“As Bernardin learned to his chagrin during the 1976 election, articulated the Catholic position on important issues of the day is not as simple as reciting from the Catechism or even preaching the Gospel. Winning souls does not win votes eventually, but a pastor’s job is not the same as a lobbyist’s. Winning souls is supposed to come first, not winning political battles” (66).
Millies soft-pedals how much influence Bernardin exercised in the American hierarchy. He leaves unmentioned that the United States Conference of Catholic Bishops carefully followed Bernardin’s lead, and Bernardin always wanted to make sure that bishops had the ears of public officials. To that end, he focused his attention on Democrats, who had been in the majority for decades, at precisely the time when they were beginning to lose Southerners because of party’s commitment to civil rights. As Millies notes, the bishops hoped that the increasing dependence on northern Democrats, many of whom were Catholic, would mean pushing Democrats to oppose abortion. This effort failed, and the continued efforts at rapprochement led Bernardin to give his famous (or infamous) talk on connection the issue of abortion to other political issues, such as capital punishment and war. Journalists covering the speech began to call it the “seamless garment,” and although Bernardin titled the moral framework the “Consistent Ethic of Life”, the phrase “seamless garment” stuck. Worse, despite Bernardin’s genuine opposition to abortion, the phrase came to signify the weakness of the hierarchy in the face of Catholic Democratic politicians who took up the compromise position of Governor Mario Cuomo of New York, that of being “personally opposed” to abortion but against “legislating morality.” Bernardin and the large number of bishops he influenced had sought a way to resolve the dilemma of preserving moral teaching and political engagement, and they had failed. The “seamless garment” became the ultimate image of that failure.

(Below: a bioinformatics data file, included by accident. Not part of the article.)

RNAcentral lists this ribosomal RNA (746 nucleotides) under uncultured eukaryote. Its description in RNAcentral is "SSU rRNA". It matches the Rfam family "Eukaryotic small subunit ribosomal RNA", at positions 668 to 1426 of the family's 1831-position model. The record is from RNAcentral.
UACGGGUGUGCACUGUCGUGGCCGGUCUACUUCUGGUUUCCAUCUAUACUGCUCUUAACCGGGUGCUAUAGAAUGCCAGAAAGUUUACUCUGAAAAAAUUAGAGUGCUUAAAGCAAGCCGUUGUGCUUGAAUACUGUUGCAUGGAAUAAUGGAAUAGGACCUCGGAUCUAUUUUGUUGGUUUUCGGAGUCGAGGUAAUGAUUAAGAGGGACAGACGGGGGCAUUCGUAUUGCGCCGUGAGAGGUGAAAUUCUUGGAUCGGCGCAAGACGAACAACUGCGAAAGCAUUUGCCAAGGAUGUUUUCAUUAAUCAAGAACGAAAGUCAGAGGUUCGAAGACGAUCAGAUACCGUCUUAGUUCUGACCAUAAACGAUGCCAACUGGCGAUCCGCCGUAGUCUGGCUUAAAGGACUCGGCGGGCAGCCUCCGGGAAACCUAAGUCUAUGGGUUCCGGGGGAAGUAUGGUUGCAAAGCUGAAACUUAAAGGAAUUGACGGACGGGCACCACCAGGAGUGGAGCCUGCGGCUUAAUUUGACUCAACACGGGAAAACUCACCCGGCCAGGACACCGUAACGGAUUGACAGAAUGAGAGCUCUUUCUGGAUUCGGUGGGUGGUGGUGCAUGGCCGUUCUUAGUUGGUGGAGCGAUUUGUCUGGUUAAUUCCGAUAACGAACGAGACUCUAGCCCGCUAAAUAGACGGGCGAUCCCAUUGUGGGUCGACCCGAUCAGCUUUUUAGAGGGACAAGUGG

The second half of Millies book is disappointing. Before explaining what was disappointing, I must give Millies credit for connecting the collapse of episcopal credibility after the sex abuse crisis to the broader failure of the Church to preach Her message. This line of argument should have played a much larger role in the second half of the book; however, Millies’ admiration for Bernardin might have kept him from doing so, as Bernardin proved to have been one of the bishops who accommodated priests committing sexual abuse. While true, Bernardin had also organized a committee to identify abusers, remove them, and hold hearings whenever credible complaints came forward. As laudable as this reform was, the reform itself demonstrates how distant the cardinal had become from governing his own diocese. He and other bishops, it appeared, had decided to emulate the administrative state and defer personal authority over his priests behind committees, hearings, and regulations. I had anticipated precisely this critique given Millies’ view in his acknowledgements that bishops no longer serve their diocese in the way they should. He says, “Much of their time is devoted to tasks that are not really spiritual in any way. That realization came to me as a revelation twenty years ago, as I think it would come to most lay Catholics. The church defines the role of the bishops in three ways—teaching, sanctifying, and governing. Bishops do all three. But day in and day out, even they would agree that governing occupies the bulk of their time” (x). Unfortunately, Millies offers too brief of an account of this problem and resorts, instead, to speculation on conservative Catholic motives and weak, even disingenuous appeals to compromise of Catholic dogma.